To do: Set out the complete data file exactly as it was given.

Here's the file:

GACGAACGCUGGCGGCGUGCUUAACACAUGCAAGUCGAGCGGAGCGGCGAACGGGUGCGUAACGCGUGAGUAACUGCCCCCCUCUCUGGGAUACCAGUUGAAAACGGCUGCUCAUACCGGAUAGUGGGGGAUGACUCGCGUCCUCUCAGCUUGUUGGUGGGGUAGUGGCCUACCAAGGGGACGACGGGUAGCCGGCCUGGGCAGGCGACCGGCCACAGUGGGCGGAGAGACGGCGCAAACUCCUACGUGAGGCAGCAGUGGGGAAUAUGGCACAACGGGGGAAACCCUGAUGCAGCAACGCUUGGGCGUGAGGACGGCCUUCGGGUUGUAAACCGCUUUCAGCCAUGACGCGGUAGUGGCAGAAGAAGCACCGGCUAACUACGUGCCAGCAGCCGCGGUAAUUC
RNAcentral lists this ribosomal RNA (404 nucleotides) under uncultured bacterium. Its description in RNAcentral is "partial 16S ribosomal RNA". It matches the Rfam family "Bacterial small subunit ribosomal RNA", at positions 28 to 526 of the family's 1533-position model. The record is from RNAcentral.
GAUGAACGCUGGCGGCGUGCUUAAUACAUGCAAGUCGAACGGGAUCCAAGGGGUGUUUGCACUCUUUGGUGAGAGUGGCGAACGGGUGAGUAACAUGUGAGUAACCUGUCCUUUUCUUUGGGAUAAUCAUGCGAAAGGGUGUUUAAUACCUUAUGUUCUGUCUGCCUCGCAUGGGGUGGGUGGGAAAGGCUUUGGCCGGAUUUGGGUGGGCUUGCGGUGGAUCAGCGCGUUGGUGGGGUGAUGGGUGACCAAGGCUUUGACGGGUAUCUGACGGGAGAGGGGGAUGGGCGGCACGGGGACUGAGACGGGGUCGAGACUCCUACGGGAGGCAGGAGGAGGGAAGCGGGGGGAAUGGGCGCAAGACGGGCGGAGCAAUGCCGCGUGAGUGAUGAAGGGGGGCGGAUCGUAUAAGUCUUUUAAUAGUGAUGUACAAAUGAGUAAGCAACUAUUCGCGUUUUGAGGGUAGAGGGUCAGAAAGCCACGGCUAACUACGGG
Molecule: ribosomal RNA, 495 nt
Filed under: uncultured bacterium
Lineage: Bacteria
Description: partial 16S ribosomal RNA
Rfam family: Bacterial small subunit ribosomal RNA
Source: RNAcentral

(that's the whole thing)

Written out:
GACGAACGCUGGCGGCGUGCUUAACACAUGCAAGUCGAGCGGAGCGGCGAACGGGUGCGUAACGCGUGAGUAACUGCCCCCCUCUCUGGGAUACCAGUUGAAAACGGCUGCUCAUACCGGAUAGUGGGGGAUGACUCGCGUCCUCUCAGCUUGUUGGUGGGGUAGUGGCCUACCAAGGGGACGACGGGUAGCCGGCCUGGGCAGGCGACCGGCCACAGUGGGCGGAGAGACGGCGCAAACUCCUACGUGAGGCAGCAGUGGGGAAUAUGGCACAACGGGGGAAACCCUGAUGCAGCAACGCUUGGGCGUGAGGACGGCCUUCGGGUUGUAAACCGCUUUCAGCCAUGACGCGGUAGUGGCAGAAGAAGCACCGGCUAACUACGUGCCAGCAGCCGCGGUAAUUC
RNAcentral lists this ribosomal RNA (404 nucleotides) under uncultured bacterium. Its description in RNAcentral is "partial 16S ribosomal RNA". It matches the Rfam family "Bacterial small subunit ribosomal RNA", at positions 28 to 526 of the family's 1533-position model. The record is from RNAcentral.
GAUGAACGCUGGCGGCGUGCUUAAUACAUGCAAGUCGAACGGGAUCCAAGGGGUGUUUGCACUCUUUGGUGAGAGUGGCGAACGGGUGAGUAACAUGUGAGUAACCUGUCCUUUUCUUUGGGAUAAUCAUGCGAAAGGGUGUUUAAUACCUUAUGUUCUGUCUGCCUCGCAUGGGGUGGGUGGGAAAGGCUUUGGCCGGAUUUGGGUGGGCUUGCGGUGGAUCAGCGCGUUGGUGGGGUGAUGGGUGACCAAGGCUUUGACGGGUAUCUGACGGGAGAGGGGGAUGGGCGGCACGGGGACUGAGACGGGGUCGAGACUCCUACGGGAGGCAGGAGGAGGGAAGCGGGGGGAAUGGGCGCAAGACGGGCGGAGCAAUGCCGCGUGAGUGAUGAAGGGGGGCGGAUCGUAUAAGUCUUUUAAUAGUGAUGUACAAAUGAGUAAGCAACUAUUCGCGUUUUGAGGGUAGAGGGUCAGAAAGCCACGGCUAACUACGGG
Molecule: ribosomal RNA, 495 nt
Filed under: uncultured bacterium
Lineage: Bacteria
Description: partial 16S ribosomal RNA
Rfam family: Bacterial small subunit ribosomal RNA
Source: RNAcentral